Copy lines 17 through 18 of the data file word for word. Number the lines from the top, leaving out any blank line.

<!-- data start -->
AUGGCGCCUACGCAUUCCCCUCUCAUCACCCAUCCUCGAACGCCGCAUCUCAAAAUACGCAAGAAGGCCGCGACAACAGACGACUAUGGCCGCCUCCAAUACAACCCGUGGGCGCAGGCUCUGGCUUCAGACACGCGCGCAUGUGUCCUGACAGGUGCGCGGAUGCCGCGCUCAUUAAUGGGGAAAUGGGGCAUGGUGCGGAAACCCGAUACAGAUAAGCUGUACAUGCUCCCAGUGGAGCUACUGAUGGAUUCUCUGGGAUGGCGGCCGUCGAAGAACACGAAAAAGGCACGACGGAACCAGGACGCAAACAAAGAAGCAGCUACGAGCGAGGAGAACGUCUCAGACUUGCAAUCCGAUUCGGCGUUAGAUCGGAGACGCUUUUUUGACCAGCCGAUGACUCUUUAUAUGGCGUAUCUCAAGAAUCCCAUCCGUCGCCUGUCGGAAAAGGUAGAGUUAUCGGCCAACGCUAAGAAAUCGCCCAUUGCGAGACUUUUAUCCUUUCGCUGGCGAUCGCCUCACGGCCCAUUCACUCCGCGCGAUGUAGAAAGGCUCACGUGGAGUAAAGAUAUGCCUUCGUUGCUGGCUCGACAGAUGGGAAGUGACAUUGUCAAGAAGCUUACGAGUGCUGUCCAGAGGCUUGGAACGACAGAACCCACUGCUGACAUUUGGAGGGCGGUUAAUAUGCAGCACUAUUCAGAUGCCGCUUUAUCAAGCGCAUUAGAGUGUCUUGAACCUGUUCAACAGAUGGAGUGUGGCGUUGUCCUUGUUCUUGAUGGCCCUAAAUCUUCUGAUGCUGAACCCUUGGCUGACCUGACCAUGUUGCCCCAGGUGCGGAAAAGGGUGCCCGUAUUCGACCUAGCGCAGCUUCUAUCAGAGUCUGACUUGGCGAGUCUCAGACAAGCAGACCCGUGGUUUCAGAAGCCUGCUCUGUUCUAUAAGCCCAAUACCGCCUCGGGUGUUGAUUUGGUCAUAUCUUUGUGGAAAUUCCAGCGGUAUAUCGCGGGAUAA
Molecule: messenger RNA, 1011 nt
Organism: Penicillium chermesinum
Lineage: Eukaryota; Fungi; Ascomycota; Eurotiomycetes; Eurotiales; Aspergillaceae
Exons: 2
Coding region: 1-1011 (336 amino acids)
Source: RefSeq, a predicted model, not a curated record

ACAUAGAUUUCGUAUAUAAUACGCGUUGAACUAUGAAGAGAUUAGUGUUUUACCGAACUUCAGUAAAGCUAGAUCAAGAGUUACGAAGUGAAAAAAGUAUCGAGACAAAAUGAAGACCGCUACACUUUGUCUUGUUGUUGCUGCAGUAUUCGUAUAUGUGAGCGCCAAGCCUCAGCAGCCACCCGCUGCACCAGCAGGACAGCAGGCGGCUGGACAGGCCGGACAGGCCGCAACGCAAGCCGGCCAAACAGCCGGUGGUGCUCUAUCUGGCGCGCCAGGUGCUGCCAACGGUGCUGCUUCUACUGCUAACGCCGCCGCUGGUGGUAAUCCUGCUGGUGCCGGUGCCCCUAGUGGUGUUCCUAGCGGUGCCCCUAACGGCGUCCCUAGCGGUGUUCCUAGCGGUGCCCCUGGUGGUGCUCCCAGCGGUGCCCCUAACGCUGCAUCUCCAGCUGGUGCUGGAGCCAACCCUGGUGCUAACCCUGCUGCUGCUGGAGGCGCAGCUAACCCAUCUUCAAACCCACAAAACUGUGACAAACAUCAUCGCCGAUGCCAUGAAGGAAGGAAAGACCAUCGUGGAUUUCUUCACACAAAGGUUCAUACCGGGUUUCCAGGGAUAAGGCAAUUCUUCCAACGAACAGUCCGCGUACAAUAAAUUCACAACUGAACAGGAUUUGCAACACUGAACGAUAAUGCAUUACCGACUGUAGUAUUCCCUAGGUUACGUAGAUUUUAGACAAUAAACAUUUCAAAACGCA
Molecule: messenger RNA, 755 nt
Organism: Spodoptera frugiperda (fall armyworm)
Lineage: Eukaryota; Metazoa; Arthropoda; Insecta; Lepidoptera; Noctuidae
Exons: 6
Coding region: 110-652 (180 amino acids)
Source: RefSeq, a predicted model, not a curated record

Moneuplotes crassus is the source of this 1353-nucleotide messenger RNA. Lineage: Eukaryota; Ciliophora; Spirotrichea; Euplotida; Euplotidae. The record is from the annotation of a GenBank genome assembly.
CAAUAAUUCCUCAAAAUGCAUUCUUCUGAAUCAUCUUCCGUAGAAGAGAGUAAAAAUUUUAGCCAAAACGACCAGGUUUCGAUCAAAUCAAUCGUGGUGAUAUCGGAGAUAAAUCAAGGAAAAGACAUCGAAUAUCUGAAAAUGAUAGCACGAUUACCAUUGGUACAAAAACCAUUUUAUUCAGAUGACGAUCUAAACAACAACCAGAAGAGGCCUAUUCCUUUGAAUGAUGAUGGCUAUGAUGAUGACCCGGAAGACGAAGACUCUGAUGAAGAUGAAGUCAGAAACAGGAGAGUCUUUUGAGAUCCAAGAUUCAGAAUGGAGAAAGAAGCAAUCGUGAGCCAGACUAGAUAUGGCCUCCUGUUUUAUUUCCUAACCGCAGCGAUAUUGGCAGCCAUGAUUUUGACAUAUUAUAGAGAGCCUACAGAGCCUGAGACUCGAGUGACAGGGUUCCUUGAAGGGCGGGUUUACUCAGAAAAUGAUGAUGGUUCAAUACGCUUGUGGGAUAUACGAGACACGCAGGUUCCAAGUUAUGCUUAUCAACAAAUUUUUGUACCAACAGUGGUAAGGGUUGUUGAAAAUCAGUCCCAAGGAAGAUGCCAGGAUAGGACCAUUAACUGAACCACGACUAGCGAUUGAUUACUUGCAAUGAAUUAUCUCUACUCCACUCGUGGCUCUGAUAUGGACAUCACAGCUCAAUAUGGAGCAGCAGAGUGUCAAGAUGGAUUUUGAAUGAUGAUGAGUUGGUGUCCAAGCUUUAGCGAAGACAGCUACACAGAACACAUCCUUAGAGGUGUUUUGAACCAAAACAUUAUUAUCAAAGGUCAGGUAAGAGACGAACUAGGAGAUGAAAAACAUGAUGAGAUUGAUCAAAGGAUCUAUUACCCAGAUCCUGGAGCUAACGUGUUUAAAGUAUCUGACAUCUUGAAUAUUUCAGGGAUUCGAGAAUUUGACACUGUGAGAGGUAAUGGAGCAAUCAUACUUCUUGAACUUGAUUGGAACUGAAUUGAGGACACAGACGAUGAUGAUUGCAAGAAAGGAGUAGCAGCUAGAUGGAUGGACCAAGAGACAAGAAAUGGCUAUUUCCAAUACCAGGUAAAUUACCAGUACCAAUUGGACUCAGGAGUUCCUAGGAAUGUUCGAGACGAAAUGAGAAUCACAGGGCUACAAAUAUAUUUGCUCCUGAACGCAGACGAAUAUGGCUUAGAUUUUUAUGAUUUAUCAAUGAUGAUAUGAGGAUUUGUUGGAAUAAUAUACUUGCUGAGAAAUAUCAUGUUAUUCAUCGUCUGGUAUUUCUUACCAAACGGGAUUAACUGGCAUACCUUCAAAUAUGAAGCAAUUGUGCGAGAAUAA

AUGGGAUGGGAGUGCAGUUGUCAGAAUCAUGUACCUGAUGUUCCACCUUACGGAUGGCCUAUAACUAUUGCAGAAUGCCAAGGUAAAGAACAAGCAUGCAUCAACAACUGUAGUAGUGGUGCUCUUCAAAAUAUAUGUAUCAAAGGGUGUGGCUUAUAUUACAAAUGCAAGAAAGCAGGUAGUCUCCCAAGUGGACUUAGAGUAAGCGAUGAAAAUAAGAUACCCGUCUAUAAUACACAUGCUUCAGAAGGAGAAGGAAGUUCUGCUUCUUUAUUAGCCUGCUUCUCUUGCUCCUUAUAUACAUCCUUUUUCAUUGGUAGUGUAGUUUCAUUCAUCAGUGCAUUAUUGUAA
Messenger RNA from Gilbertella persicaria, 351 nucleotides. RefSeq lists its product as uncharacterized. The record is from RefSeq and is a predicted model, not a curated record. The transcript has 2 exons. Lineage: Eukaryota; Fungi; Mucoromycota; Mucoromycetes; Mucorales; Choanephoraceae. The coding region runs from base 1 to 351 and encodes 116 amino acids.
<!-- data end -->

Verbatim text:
AUGGGAUGGGAGUGCAGUUGUCAGAAUCAUGUACCUGAUGUUCCACCUUACGGAUGGCCUAUAACUAUUGCAGAAUGCCAAGGUAAAGAACAAGCAUGCAUCAACAACUGUAGUAGUGGUGCUCUUCAAAAUAUAUGUAUCAAAGGGUGUGGCUUAUAUUACAAAUGCAAGAAAGCAGGUAGUCUCCCAAGUGGACUUAGAGUAAGCGAUGAAAAUAAGAUACCCGUCUAUAAUACACAUGCUUCAGAAGGAGAAGGAAGUUCUGCUUCUUUAUUAGCCUGCUUCUCUUGCUCCUUAUAUACAUCCUUUUUCAUUGGUAGUGUAGUUUCAUUCAUCAGUGCAUUAUUGUAA
Messenger RNA from Gilbertella persicaria, 351 nucleotides. RefSeq lists its product as uncharacterized. The record is from RefSeq and is a predicted model, not a curated record. The transcript has 2 exons. Lineage: Eukaryota; Fungi; Mucoromycota; Mucoromycetes; Mucorales; Choanephoraceae. The coding region runs from base 1 to 351 and encodes 116 amino acids.